The National Shrine of Our Lady of Guadalupe, a Diocesan Treasure

Located in the Parish of the Immaculate Conception BVM, Allentown is the National Shrine of Our Lady of Guadalupe.

According to the United States Conference of Catholic Bishops (USCCB), “a shrine is considered a place where divine grace is manifested in a very special way—a place where the human and divine world intersect.”

“The Conference of Bishops is given the pastoral oversight for national shrines; its approval is required for a shrine to be called national.”

The Archbishop of Mexico City proposed a National Shrine Center to Bishop Sidney Metzger of El Paso, Texas in 1958, and the National Shrine of Our Lady of Guadalupe was established in 1974 in the Parish of the Immaculate Conception, Allentown. The parish was founded in 1857 by Bishop (now St.) John Neumann.

Mary, our Blessed Mother, appeared to an indigenous man, Juan Diego in Tepeyac, Mexico under the title of Our Lady of Guadalupe in December of 1531. Her apparition occurred during a time of oppression and human sacrifice to pagan gods. Her words to Juan Diego ring true to all her children today:

“You know for certain, littlest of my sons, that I am the perfect and perpetual Virgin Mary, mother of the True God through Whom everything lives, the Lord of all things near and far, the Master of heaven and earth. I wish and intensely desire that in this place my sanctuary be erected. Here, I will demonstrate, I will exhibit, I will give all my love, my compassion, my health, and my protection to the people.”

“I am your merciful Mother. The merciful Mother of all of you who live united in this land, and of all mankind, of all those who love me, of all those who cry to me, of those who seek me, of those who have confidence in me.”

“Here I will hear their weeping, their sorrow, and will remedy, and alleviate all their multiple sufferings, necessities, and misfortunes.”

Mary asked Juan Diego to tell his Bishop to build a shrine on Tepeyac Hill, and the Bishop asked him for a sign to accompany the request. Juan Diego returned to see Mary, who instructed him to go to Tepeyac Hill and pick flowers. It was winter, a time when flowers did not bloom. Juan Diego obeyed and found flowers, including Castilian roses, which were not grown in Mexico at the time. He picked up the roses and took them to Mary, who arranged them inside his tilma, a cloak-like poncho, and headed to see the Bishop.

Upon arriving to the Bishop, he opened his tilma, and saw that an image of Mary had miraculously imprinted on it. This was the sign that the Bishop needed to confirm Mary’s request.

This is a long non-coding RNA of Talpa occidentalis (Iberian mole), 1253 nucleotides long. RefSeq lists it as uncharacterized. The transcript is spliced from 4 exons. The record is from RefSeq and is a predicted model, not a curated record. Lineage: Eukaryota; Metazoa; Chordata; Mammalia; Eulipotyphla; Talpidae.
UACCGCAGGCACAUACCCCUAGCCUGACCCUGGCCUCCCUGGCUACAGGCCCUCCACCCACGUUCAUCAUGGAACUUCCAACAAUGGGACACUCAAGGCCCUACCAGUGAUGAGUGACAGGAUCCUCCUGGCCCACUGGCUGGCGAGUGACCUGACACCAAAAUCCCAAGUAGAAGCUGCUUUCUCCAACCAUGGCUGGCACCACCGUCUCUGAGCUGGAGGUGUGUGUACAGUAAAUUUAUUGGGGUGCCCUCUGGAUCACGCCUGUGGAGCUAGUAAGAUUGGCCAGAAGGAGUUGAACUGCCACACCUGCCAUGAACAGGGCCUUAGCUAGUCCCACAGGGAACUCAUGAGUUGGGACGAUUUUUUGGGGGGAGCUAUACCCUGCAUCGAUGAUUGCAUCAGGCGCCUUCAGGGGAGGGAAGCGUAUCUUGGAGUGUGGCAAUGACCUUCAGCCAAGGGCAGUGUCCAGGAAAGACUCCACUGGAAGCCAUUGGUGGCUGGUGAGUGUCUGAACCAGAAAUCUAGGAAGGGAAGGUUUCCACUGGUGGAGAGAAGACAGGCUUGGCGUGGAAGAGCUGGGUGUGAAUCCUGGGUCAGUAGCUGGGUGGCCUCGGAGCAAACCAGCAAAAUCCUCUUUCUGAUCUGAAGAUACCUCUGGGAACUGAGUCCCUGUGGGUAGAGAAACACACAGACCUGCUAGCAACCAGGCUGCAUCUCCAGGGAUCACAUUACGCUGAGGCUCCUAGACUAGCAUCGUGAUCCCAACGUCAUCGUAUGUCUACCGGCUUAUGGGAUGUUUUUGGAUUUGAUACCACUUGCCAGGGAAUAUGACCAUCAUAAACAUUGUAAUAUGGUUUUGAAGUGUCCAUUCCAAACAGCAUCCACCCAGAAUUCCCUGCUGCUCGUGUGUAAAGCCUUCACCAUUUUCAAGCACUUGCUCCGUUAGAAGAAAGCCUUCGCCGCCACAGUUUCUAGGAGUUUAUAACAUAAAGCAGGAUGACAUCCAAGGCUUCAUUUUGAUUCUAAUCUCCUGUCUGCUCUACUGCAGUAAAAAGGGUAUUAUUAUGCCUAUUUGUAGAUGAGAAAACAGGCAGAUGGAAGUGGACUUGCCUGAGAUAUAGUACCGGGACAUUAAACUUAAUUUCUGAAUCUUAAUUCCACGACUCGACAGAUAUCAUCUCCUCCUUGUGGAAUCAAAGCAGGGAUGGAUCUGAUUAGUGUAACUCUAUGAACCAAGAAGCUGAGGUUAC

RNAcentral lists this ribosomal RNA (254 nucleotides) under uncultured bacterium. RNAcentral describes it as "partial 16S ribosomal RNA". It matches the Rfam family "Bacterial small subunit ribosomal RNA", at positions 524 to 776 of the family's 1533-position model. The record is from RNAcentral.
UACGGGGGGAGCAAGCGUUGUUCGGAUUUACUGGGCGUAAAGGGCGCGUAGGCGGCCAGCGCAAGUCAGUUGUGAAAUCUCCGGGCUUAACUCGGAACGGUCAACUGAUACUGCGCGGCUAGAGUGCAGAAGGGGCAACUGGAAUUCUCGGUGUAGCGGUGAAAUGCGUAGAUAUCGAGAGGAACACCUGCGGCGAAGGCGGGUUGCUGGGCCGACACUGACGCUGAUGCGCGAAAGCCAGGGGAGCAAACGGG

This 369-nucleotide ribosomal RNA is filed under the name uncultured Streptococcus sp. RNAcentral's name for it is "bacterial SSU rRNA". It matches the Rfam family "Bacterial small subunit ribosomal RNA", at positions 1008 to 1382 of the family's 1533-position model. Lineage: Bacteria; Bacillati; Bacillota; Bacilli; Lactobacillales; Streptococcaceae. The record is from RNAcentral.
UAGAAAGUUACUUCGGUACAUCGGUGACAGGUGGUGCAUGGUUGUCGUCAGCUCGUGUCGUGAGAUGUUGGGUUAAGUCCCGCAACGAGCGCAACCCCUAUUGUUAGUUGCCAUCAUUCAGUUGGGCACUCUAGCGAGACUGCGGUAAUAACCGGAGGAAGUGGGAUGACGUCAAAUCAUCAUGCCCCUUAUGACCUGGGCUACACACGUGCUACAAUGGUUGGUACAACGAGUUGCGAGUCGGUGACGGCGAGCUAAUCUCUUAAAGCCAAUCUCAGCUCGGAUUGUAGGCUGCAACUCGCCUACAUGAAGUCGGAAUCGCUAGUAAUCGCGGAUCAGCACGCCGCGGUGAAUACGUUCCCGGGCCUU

The Basilica of Our Lady of Guadalupe in Mexico City, where the tilma is displayed now, was built in 1973. It is the most visited of all the Marian shrines.

Juan Diego was beatified by Pope St. John Paul II in 1990 and canonized a saint on July 31, 2002.

“The distinguishing mark of a shrine is that it is a place to which the faithful make pilgrimages,” according to USCCB. A pilgrimage is a journey made to a holy place, symbolizing our life on Earth as we journey into Eternity.

One of the reasons Immaculate Conception was chosen as the National Shrine is because it is near the Basilica of the National Shrine of the Immaculate Conception in Washington, D.C., where a pilgrimage can be easily made.

Our Lady of Guadalupe appeared to Juan Diego on Dec. 9, the feast of the Immaculate Conception at the time. Interestingly, a Parish dedicated to her Immaculate Conception is the place that was chosen as the National Shrine of Our Lady of Guadalupe.

Pope Pius XII named Our Lady of Guadalupe Patroness of the Americas in 1946. Even though her apparition occurred in Mexico, she is the mother of all and Patroness of North, Central, and South America. Since Allentown was not in a predominantly Spanish-speaking area, the invitation was for the community to realize that Our Lady of Guadalupe is for everyone, not just for Latinos.

In 1999, Pope St. John Paul II named Our Lady of Guadalupe Patroness of the Unborn. In her image, she is pregnant with the Infant Jesus. In her message, she calls herself the Merciful Mother of all people. She came to a society that did not value human life, but after she came and left her image, people’s values changed. Within eight years after her appearance, over eight million Mexicans converted and received baptism. Just as human sacrifice ended in Mexico after her appearance, we hope that by her intercession, the sacrifice of unborn babies by abortion will also end. (CNA)

“Am I not here who am your Mother? Are you not under my shadow and protection?”

During one of Mary’s apparitions to Juan Diego, she spoke to him in these loving words. Her voice invites us to come to her, to seek her protection and intercession.

Father John Gibbons, pastor of Immaculate Conception, shared that someone recently came to the shrine because of health problems in her family. She felt led to ask Our Lady of Guadalupe for help, and her family member was cured.

During this summer, consider making a pilgrimage to the shrine and praying before the image of Our Lady of Guadalupe. Three pictures were taken of the original in Mexico, and the best picture of the three is found over a side altar in Immaculate Conception, said Sister Mary Martha Zammatore, member of the School Sisters of St. Francis and liaison to prison ministry in the Diocese.

Everyone is welcome to participate in the Guadalupe Perpetual Novena, which is prayed in community on Mondays after the 8 a.m. Mass. You can also participate in the Rosary on Tuesdays before the 8 a.m. Mass.

Most specially, a novena is prayed nine days before the Feast of Our Lady of Guadalupe on Dec. 12, and a Mass is celebrated each year on or near that date accompanied by mariachis, Mexican food, and dances, said Miriam Bernal, member of the Guadalupe Committee in charge of planning the events around the feast.


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